• Join over 1.2 million students every month
  • Accelerate your learning by 29%
  • Unlimited access from just £6.99 per month

Outline and evaluate two or more theories of bystander behaviour.

Extracts from this document...

Introduction

Outline and evaluate two or more theories of altruism and/or bystander behaviour. Within pro and anti-social behaviour, there is the idea of bystander behaviour. This refers to how people react in different situations. In times of need some people freeze, some act, some scream with fear, and these are all examples of bystander behaviour. There are a few theories as to why people will behave as they do when presented with different situations. When considering bystander behaviour, it is important to hold a particular view of altruism in mind-that people helping is, essentiality a selfish action, for example Aronson et al., 1997, "That was the very essence of selfishness. I should have had no peace of mind all day had I gone on and let that suffering old sow worrying over those pigs." (Please note this is an adaptation of the original research) The first such model was devised by Piliavin et al., 1981, and was called the bystander-calculus model, or cost/arousal model. It attempted to explain some of the psychological and cognitive factors involved in bystander behaviour. This model only applies to emergency situations. It states that, when faced with an emergency, a bystander goes through five stages. ...read more.

Middle

If they do not intervene, their empathy and therefore distress cannot be lowered. Personal costs are feelings of self-blame or lack of respect that could occur from not helping, and the possibility of these increase with severity of situation. This model says that the higher the reward and the lower the cost, the more likely the person to act. The bystander-calculus model is a good model for bystander behaviour, as it considers a wide range of factors. It combines physiological, psychological, emotional and rational factors to form a solid idea of why people act the way they do. Critics of this model say that it is "too mechanical", that the idea of a set order of events before a bystander acts is not correct, as it does not account for people who say they act without thinking, on the spot. It also does not allow for true altruism at all, stating that there is always some selfish motive involved. Piliavin later admitted this was wrong, saying "true altruism- acting with the goal of benefiting another- does exist and is part of human nature." Another model of bystander behaviour is Latane and Darley's cognitive model. ...read more.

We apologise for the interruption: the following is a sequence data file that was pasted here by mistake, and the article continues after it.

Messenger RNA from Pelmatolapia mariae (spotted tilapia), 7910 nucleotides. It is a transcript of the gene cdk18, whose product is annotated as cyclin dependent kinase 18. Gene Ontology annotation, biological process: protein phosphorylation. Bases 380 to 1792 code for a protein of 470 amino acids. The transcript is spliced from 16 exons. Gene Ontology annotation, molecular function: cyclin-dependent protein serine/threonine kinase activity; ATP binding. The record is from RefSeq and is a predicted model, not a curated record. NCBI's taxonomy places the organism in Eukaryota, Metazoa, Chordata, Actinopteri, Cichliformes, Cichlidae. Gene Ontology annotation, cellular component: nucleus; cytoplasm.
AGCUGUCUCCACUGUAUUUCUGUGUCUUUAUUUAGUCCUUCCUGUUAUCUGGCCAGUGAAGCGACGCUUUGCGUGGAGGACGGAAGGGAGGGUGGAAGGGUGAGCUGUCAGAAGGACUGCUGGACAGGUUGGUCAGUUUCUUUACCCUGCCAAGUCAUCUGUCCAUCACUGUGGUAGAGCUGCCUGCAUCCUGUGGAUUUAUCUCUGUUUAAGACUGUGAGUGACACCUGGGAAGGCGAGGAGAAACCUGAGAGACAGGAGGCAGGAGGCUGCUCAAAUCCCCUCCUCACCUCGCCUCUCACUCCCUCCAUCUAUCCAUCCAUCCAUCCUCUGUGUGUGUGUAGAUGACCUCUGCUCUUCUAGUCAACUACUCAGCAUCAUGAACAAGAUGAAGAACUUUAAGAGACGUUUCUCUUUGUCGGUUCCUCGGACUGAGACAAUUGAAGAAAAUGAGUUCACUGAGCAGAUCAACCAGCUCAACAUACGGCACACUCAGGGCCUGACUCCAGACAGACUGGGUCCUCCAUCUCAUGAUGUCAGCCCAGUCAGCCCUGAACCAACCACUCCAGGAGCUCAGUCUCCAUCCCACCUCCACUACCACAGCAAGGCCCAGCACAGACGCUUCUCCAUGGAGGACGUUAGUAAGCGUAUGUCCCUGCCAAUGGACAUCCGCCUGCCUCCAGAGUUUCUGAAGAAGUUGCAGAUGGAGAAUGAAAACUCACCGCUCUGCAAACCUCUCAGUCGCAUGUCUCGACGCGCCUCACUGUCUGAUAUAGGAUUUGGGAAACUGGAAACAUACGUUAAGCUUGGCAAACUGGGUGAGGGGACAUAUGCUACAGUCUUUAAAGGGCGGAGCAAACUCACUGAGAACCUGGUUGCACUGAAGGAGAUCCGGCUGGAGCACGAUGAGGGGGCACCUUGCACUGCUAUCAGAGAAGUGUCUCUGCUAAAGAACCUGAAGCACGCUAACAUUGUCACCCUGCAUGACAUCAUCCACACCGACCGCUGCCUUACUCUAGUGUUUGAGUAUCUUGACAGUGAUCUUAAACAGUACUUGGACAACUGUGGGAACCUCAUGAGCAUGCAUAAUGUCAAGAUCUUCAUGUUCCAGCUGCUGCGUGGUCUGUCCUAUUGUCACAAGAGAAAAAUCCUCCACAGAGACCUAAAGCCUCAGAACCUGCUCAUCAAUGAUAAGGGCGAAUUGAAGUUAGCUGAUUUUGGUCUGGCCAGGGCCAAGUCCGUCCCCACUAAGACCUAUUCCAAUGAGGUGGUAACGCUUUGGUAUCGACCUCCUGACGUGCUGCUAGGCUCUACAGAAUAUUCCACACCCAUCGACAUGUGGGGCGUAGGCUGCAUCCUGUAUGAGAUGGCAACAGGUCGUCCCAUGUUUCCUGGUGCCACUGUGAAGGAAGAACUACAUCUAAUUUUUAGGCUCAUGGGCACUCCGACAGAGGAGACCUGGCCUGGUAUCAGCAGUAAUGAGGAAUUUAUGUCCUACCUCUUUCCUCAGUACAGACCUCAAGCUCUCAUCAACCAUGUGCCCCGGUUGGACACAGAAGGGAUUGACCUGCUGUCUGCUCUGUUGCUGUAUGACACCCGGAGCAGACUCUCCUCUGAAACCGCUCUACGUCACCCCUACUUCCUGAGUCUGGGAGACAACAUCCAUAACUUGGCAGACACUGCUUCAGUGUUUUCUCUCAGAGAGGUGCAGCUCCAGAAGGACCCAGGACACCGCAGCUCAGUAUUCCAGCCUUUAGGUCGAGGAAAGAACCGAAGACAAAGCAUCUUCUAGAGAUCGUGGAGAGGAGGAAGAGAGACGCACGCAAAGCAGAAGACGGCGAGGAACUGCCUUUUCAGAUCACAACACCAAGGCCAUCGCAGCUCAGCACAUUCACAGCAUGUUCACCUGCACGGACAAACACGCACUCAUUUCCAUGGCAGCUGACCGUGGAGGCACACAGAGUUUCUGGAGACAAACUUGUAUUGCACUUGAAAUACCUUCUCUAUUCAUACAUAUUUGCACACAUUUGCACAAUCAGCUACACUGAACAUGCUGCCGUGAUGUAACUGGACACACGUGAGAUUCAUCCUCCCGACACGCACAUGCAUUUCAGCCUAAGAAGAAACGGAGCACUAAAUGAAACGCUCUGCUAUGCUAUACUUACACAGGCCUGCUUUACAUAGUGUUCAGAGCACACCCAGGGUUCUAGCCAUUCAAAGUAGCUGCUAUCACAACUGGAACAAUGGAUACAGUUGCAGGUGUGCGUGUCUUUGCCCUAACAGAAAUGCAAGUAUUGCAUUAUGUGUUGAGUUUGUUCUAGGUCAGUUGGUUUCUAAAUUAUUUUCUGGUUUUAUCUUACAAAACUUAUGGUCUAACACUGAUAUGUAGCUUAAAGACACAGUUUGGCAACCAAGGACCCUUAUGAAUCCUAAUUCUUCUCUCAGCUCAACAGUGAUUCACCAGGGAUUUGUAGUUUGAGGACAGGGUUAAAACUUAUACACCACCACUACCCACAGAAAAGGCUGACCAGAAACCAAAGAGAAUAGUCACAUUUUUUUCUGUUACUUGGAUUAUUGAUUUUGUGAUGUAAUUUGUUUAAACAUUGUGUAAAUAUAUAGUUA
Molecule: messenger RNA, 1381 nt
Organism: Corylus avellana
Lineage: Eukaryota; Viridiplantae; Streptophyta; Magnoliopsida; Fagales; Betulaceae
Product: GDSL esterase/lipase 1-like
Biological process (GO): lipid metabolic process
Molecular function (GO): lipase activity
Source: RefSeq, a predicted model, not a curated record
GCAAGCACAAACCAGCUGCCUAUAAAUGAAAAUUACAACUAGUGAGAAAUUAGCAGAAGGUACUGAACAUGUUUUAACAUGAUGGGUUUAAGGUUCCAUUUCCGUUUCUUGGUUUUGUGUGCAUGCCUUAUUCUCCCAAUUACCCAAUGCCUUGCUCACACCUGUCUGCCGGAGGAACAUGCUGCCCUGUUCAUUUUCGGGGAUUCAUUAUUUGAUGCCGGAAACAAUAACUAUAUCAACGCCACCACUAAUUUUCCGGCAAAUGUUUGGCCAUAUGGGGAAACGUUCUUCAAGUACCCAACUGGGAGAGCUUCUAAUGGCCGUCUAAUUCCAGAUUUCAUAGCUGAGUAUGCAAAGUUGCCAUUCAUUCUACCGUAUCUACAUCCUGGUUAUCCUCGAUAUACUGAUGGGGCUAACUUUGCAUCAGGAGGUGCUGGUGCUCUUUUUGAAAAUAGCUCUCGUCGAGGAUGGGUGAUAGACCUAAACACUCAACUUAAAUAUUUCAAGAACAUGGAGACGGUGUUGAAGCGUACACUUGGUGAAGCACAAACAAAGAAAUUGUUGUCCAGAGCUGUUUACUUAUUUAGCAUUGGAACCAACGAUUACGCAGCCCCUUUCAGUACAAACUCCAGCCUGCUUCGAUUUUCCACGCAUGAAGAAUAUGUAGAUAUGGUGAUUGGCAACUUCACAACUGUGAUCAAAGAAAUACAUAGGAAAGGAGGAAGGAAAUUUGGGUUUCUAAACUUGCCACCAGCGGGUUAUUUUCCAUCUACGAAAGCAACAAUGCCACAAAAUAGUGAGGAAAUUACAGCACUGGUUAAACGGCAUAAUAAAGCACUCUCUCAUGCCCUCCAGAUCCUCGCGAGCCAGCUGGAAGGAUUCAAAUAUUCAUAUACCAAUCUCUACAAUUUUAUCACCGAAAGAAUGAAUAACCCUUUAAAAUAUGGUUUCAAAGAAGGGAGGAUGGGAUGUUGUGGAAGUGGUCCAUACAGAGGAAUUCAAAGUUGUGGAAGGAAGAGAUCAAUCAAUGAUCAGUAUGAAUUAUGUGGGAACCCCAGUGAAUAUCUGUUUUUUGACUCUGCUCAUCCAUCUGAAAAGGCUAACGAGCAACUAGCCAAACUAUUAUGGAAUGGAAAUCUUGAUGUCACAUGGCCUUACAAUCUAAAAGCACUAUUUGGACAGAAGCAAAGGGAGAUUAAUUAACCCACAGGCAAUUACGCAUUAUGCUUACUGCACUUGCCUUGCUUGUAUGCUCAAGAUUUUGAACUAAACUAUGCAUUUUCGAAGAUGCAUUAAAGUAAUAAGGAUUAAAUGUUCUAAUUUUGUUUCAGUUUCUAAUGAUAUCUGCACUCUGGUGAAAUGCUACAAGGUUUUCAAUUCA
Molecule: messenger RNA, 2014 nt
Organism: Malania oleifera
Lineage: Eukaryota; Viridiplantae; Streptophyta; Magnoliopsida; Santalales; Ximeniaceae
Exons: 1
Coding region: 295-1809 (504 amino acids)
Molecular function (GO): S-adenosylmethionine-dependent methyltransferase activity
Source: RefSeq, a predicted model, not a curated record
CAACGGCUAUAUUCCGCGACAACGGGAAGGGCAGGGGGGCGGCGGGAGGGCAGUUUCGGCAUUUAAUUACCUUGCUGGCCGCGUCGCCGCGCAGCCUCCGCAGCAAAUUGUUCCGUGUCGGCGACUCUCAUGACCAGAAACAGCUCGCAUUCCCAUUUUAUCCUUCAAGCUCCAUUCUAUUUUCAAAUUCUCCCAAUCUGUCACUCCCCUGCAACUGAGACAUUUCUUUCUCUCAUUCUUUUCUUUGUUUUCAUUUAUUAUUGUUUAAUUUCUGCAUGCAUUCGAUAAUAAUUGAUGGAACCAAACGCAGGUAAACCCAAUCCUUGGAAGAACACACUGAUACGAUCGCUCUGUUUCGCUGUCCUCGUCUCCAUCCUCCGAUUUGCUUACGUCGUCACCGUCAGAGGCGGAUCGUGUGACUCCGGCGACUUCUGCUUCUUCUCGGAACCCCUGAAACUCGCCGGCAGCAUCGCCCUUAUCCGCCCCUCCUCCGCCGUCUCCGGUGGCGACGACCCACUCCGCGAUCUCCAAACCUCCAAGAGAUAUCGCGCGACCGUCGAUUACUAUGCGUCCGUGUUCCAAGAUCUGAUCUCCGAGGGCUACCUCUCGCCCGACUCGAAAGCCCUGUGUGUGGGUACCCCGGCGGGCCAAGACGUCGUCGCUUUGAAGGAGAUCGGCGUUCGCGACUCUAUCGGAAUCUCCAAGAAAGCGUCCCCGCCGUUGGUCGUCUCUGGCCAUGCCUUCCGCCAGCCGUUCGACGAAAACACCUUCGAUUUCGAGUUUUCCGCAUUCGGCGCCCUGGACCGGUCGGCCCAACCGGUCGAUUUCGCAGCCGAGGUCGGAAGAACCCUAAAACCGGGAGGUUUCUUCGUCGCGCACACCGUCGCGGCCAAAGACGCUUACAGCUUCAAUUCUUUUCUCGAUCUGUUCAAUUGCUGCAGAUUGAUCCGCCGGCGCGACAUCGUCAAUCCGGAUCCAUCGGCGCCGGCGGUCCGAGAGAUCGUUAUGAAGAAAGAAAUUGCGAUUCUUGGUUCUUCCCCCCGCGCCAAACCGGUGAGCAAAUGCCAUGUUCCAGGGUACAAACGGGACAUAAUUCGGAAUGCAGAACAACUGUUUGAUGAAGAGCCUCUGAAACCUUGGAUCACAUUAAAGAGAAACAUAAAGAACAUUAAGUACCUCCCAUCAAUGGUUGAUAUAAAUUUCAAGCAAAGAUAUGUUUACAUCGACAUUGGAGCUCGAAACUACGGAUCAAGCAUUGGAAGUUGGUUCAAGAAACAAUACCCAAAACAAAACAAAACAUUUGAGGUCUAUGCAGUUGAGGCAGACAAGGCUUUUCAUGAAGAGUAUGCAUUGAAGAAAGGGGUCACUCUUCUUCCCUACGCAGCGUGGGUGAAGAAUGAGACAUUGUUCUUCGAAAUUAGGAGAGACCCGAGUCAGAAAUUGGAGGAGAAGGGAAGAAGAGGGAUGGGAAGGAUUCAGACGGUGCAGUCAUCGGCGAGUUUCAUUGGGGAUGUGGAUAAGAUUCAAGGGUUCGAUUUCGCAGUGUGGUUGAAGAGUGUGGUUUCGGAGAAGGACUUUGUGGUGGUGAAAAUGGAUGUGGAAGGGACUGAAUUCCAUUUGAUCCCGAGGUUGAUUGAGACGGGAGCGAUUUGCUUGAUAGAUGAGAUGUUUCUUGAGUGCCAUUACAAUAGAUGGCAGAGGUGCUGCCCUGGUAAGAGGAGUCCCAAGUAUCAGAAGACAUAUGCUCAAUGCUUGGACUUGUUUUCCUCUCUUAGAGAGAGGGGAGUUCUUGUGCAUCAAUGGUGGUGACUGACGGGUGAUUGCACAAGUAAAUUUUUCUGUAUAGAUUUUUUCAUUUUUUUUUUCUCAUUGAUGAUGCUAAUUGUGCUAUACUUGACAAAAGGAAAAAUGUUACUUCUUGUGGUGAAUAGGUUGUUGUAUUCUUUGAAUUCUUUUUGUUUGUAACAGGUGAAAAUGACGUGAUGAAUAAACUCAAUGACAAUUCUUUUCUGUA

Conclusion

These include diffusion of responsibility- if there are other bystanders present, one individual will not feel that the responsibility to act is solely upon them-, audience inhibition- fear of messing up in front of other people-, and social influence- the idea that an individual will conform to the majority, even in the case of an emergency when the majority stand and do nothing. In support of this model, there is a lot of wide-ranging research evidence, both experimental and real world, that support it. Also, findings related to different situations do not contradict this model, but rather refine it, ie bystanders with special expertise, eg a doctor, do not suffer audience inhibition. Critics have described it as being too reductionalist, trying to condense a large amount of complex ideas about human behaviour into five stages. Also, compared to the bystander-calculus model, it can be viewed as simplistic, not taking into account too many factors. Both models have their strong points, but both are fundamentally too reductionalist. It seems doubtful that human nature can be accurately predicted in models as such, there are too many variables and factors involved in different situations and individuals that have an effect. However, these models are useful to give us some idea as to human workings and may help predict how people will respond. Kyle Mohamed ...read more.

The above preview is unformatted text

This student written piece of work is one of many that can be found in our AS and A Level Social Psychology section.

Found what you're looking for?

  • Start learning 29% faster today
  • 150,000+ documents available
  • Just £6.99 a month

Here's what a teacher thought of this essay